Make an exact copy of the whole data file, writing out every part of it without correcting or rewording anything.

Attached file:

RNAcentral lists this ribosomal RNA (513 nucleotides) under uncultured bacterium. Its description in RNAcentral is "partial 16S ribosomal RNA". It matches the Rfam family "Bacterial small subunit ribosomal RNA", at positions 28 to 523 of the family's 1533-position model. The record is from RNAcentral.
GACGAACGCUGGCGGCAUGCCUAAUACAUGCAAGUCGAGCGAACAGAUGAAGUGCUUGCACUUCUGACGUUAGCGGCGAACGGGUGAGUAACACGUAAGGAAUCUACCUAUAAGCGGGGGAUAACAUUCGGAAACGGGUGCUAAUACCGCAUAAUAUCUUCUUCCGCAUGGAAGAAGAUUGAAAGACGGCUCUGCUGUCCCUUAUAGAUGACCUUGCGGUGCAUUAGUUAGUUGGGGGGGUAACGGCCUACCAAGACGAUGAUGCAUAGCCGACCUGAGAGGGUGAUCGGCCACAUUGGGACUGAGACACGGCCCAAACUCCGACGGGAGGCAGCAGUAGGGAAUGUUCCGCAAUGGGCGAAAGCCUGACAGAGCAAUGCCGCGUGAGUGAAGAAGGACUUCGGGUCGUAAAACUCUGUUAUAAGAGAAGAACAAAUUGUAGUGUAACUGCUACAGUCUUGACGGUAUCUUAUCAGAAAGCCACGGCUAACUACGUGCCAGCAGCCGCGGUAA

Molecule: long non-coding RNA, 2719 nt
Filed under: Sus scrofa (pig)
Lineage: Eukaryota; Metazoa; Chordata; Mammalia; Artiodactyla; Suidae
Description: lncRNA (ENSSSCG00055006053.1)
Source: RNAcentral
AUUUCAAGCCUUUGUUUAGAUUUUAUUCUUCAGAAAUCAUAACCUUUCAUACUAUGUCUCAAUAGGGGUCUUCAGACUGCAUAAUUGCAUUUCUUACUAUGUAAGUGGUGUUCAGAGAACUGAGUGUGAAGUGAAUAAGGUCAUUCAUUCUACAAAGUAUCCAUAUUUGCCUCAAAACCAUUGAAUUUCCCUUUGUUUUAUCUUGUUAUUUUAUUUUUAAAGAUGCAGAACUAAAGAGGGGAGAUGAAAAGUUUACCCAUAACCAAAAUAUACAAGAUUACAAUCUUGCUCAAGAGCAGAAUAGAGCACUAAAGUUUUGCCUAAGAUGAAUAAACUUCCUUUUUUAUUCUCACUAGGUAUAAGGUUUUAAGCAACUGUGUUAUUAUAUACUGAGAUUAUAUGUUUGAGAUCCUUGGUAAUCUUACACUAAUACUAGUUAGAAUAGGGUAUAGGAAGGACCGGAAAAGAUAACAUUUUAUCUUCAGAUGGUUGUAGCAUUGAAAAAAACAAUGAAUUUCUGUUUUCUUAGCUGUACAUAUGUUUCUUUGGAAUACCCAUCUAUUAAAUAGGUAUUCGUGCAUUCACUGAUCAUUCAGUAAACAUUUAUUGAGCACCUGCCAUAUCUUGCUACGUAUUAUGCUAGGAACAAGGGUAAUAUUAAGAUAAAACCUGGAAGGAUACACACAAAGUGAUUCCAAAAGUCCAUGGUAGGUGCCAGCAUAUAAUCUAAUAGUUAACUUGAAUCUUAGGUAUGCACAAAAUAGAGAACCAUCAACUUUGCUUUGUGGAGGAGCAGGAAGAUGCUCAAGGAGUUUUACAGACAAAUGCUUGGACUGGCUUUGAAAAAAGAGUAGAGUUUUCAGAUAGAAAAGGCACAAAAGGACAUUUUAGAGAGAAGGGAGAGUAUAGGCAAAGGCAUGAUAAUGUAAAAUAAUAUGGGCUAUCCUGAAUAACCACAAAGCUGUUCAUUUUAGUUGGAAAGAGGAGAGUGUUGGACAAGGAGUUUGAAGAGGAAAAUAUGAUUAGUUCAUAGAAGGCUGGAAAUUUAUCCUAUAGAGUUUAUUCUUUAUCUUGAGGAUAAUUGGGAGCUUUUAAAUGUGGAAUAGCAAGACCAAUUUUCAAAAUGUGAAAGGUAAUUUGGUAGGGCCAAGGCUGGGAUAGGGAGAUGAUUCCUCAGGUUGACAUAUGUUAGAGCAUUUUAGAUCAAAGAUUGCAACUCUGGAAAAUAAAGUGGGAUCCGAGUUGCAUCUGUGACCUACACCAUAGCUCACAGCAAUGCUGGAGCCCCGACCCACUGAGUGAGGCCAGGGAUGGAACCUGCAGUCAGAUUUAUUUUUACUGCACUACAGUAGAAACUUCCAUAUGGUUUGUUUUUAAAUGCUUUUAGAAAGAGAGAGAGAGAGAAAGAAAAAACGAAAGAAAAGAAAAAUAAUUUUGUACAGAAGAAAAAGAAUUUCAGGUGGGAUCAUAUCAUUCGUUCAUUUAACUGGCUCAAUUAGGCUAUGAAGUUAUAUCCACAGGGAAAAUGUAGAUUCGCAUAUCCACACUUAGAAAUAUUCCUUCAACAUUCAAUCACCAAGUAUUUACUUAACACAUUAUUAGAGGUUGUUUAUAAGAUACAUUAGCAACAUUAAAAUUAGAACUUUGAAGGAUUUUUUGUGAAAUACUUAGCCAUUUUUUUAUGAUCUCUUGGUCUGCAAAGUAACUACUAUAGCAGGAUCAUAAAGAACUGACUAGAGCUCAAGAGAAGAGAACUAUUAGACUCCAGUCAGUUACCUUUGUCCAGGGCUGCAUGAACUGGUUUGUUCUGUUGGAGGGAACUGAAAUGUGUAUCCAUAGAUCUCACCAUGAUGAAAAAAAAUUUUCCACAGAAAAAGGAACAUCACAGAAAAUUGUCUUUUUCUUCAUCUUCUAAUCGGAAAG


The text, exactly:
RNAcentral lists this ribosomal RNA (513 nucleotides) under uncultured bacterium. Its description in RNAcentral is "partial 16S ribosomal RNA". It matches the Rfam family "Bacterial small subunit ribosomal RNA", at positions 28 to 523 of the family's 1533-position model. The record is from RNAcentral.
GACGAACGCUGGCGGCAUGCCUAAUACAUGCAAGUCGAGCGAACAGAUGAAGUGCUUGCACUUCUGACGUUAGCGGCGAACGGGUGAGUAACACGUAAGGAAUCUACCUAUAAGCGGGGGAUAACAUUCGGAAACGGGUGCUAAUACCGCAUAAUAUCUUCUUCCGCAUGGAAGAAGAUUGAAAGACGGCUCUGCUGUCCCUUAUAGAUGACCUUGCGGUGCAUUAGUUAGUUGGGGGGGUAACGGCCUACCAAGACGAUGAUGCAUAGCCGACCUGAGAGGGUGAUCGGCCACAUUGGGACUGAGACACGGCCCAAACUCCGACGGGAGGCAGCAGUAGGGAAUGUUCCGCAAUGGGCGAAAGCCUGACAGAGCAAUGCCGCGUGAGUGAAGAAGGACUUCGGGUCGUAAAACUCUGUUAUAAGAGAAGAACAAAUUGUAGUGUAACUGCUACAGUCUUGACGGUAUCUUAUCAGAAAGCCACGGCUAACUACGUGCCAGCAGCCGCGGUAA

Molecule: long non-coding RNA, 2719 nt
Filed under: Sus scrofa (pig)
Lineage: Eukaryota; Metazoa; Chordata; Mammalia; Artiodactyla; Suidae
Description: lncRNA (ENSSSCG00055006053.1)
Source: RNAcentral
AUUUCAAGCCUUUGUUUAGAUUUUAUUCUUCAGAAAUCAUAACCUUUCAUACUAUGUCUCAAUAGGGGUCUUCAGACUGCAUAAUUGCAUUUCUUACUAUGUAAGUGGUGUUCAGAGAACUGAGUGUGAAGUGAAUAAGGUCAUUCAUUCUACAAAGUAUCCAUAUUUGCCUCAAAACCAUUGAAUUUCCCUUUGUUUUAUCUUGUUAUUUUAUUUUUAAAGAUGCAGAACUAAAGAGGGGAGAUGAAAAGUUUACCCAUAACCAAAAUAUACAAGAUUACAAUCUUGCUCAAGAGCAGAAUAGAGCACUAAAGUUUUGCCUAAGAUGAAUAAACUUCCUUUUUUAUUCUCACUAGGUAUAAGGUUUUAAGCAACUGUGUUAUUAUAUACUGAGAUUAUAUGUUUGAGAUCCUUGGUAAUCUUACACUAAUACUAGUUAGAAUAGGGUAUAGGAAGGACCGGAAAAGAUAACAUUUUAUCUUCAGAUGGUUGUAGCAUUGAAAAAAACAAUGAAUUUCUGUUUUCUUAGCUGUACAUAUGUUUCUUUGGAAUACCCAUCUAUUAAAUAGGUAUUCGUGCAUUCACUGAUCAUUCAGUAAACAUUUAUUGAGCACCUGCCAUAUCUUGCUACGUAUUAUGCUAGGAACAAGGGUAAUAUUAAGAUAAAACCUGGAAGGAUACACACAAAGUGAUUCCAAAAGUCCAUGGUAGGUGCCAGCAUAUAAUCUAAUAGUUAACUUGAAUCUUAGGUAUGCACAAAAUAGAGAACCAUCAACUUUGCUUUGUGGAGGAGCAGGAAGAUGCUCAAGGAGUUUUACAGACAAAUGCUUGGACUGGCUUUGAAAAAAGAGUAGAGUUUUCAGAUAGAAAAGGCACAAAAGGACAUUUUAGAGAGAAGGGAGAGUAUAGGCAAAGGCAUGAUAAUGUAAAAUAAUAUGGGCUAUCCUGAAUAACCACAAAGCUGUUCAUUUUAGUUGGAAAGAGGAGAGUGUUGGACAAGGAGUUUGAAGAGGAAAAUAUGAUUAGUUCAUAGAAGGCUGGAAAUUUAUCCUAUAGAGUUUAUUCUUUAUCUUGAGGAUAAUUGGGAGCUUUUAAAUGUGGAAUAGCAAGACCAAUUUUCAAAAUGUGAAAGGUAAUUUGGUAGGGCCAAGGCUGGGAUAGGGAGAUGAUUCCUCAGGUUGACAUAUGUUAGAGCAUUUUAGAUCAAAGAUUGCAACUCUGGAAAAUAAAGUGGGAUCCGAGUUGCAUCUGUGACCUACACCAUAGCUCACAGCAAUGCUGGAGCCCCGACCCACUGAGUGAGGCCAGGGAUGGAACCUGCAGUCAGAUUUAUUUUUACUGCACUACAGUAGAAACUUCCAUAUGGUUUGUUUUUAAAUGCUUUUAGAAAGAGAGAGAGAGAGAAAGAAAAAACGAAAGAAAAGAAAAAUAAUUUUGUACAGAAGAAAAAGAAUUUCAGGUGGGAUCAUAUCAUUCGUUCAUUUAACUGGCUCAAUUAGGCUAUGAAGUUAUAUCCACAGGGAAAAUGUAGAUUCGCAUAUCCACACUUAGAAAUAUUCCUUCAACAUUCAAUCACCAAGUAUUUACUUAACACAUUAUUAGAGGUUGUUUAUAAGAUACAUUAGCAACAUUAAAAUUAGAACUUUGAAGGAUUUUUUGUGAAAUACUUAGCCAUUUUUUUAUGAUCUCUUGGUCUGCAAAGUAACUACUAUAGCAGGAUCAUAAAGAACUGACUAGAGCUCAAGAGAAGAGAACUAUUAGACUCCAGUCAGUUACCUUUGUCCAGGGCUGCAUGAACUGGUUUGUUCUGUUGGAGGGAACUGAAAUGUGUAUCCAUAGAUCUCACCAUGAUGAAAAAAAAUUUUCCACAGAAAAAGGAACAUCACAGAAAAUUGUCUUUUUCUUCAUCUUCUAAUCGGAAAG